March 5, 2012

A Rough Start: Day ONE, Back in My Beloved Nepal. Slow Down, You Move Too Fast!


The Kantipur Temple House, my home in Kathmandu.
When I arrived, the panic was kicking into high gear.

Slow down! Stop and think! Easy does it!

I've been repeating these mantras for years. At age 82, I need to practice – not just say -- them. But a lifetime of “act first, think later” is tough to reverse.

The start of my return to Nepal for Nimesh's wedding was a classic example of the trouble I cause for myself. Fortunately, I'm also usually very well-organized. Days before the trip -- whenever I thought of something to take -- I'd toss it on the bed in the guest bedroom. The day before the trip, I went through the pile, discarding anything that wasn't really essential, and sorting the rest into separate piles – underwear, socks, handkerchiefs, pants, shirts, etc.

Organizing my important medications for the trip was important, so I bought a pill organizer with 28 compartments. It offers four compartments (morning, noon, evening, and bedtime) for each day of the week. This arrangement is perfect for me, since I take my key Parkinson’s med (levadopa/carbidopa) four times a day, every six hours. That med helps keep me steady, so staying on schedule is important.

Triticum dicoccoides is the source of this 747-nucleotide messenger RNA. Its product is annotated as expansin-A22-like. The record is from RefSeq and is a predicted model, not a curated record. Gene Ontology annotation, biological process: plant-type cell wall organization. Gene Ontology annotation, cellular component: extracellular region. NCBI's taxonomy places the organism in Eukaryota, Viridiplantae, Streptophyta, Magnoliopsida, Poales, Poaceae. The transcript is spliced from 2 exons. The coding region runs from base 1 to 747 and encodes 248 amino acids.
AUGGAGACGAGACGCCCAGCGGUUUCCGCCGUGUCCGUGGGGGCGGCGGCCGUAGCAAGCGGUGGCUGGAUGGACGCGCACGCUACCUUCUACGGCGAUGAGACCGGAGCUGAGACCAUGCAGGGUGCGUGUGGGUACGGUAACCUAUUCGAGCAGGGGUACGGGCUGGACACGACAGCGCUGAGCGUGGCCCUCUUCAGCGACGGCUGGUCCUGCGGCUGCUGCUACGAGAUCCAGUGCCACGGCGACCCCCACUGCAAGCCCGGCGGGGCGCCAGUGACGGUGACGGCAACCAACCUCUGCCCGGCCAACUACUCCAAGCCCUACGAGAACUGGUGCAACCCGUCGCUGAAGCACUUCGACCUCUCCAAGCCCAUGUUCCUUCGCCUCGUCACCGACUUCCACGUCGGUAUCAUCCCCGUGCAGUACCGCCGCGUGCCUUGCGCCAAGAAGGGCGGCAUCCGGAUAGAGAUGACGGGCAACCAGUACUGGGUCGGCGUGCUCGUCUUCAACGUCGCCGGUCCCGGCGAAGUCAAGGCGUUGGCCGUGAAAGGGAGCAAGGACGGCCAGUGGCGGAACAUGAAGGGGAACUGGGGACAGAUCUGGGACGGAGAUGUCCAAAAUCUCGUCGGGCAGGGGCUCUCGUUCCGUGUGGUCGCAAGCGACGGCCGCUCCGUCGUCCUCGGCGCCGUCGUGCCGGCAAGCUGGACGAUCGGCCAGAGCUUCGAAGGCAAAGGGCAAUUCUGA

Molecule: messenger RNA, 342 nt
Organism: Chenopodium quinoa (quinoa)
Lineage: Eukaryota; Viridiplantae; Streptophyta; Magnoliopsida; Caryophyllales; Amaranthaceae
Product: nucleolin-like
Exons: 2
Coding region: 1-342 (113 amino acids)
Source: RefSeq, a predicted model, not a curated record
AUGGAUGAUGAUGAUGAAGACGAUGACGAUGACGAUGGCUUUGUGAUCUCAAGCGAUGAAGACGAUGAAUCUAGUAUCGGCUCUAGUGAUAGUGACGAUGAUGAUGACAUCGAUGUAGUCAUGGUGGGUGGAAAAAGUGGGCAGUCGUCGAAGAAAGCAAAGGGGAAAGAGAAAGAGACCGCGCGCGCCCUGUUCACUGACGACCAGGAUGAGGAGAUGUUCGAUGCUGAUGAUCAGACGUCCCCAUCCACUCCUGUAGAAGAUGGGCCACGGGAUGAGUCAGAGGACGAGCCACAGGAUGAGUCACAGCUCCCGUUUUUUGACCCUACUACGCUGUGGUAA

My planning was good, but I didn’t allow enough time on Wednesday for an easy, smooth packing process.  A friend picked me up at 6:30 for the drive to the airport. When we got there, I realized I'd forgotten the sport coat I'd planned to wear to the wedding and on the plane. In the pocket of the missing jacket, I had an envelope with Nepali rupees to use for tips, until I could get to an ATM. OK, not the end of the world….

Qatar Airline's business class on the 12-hour Dulles-Doha flight was excellent. It had two business-class compartments, but all of us were in the first cabin. After dinner, I moved to the empty second cabin, took a window seat in the back row, and had the place to myself. Nice!

The plane landed in Doha at 6pm on Thursday, and the Doha-Kathmandu flight didn't leave until 4 o’clock Friday morning. So an airline rep drove me to a fancy hotel in downtown Doha, where I enjoyed a huge buffet supper, a shower, and five hours of sleep. Business class on the smaller plane for this second leg wasn't as fancy. But the three and a half hour trip went quckly, thanks to a good conversation with my seatmate -- an Indian employee at the World Bank who’s been working on projects in Nepal for several years. She offered some interesting insights about Nepal today.
  
So far, so good, aside from the forgotten coat. Maybe even my best-ever flight to Nepal… except for the trouble I was about to cause for myself. Why couldn’t I heed my mantras? Slow down! Stop and think! If only I had!

I started getting anxious on the plane when I discovered I’d under-supplied the Parkinson's pills I needed to take on the flight. As a result, I needed to stretch out the interval between the last couple of pills to nine hours rather than the usual six. This mistake made me that much more anxious to get my suitcase and my fancy new pill container. I started thinking, “Suppose, in my rush to pack, I completely forgot the pill container?” Blood pressure rising....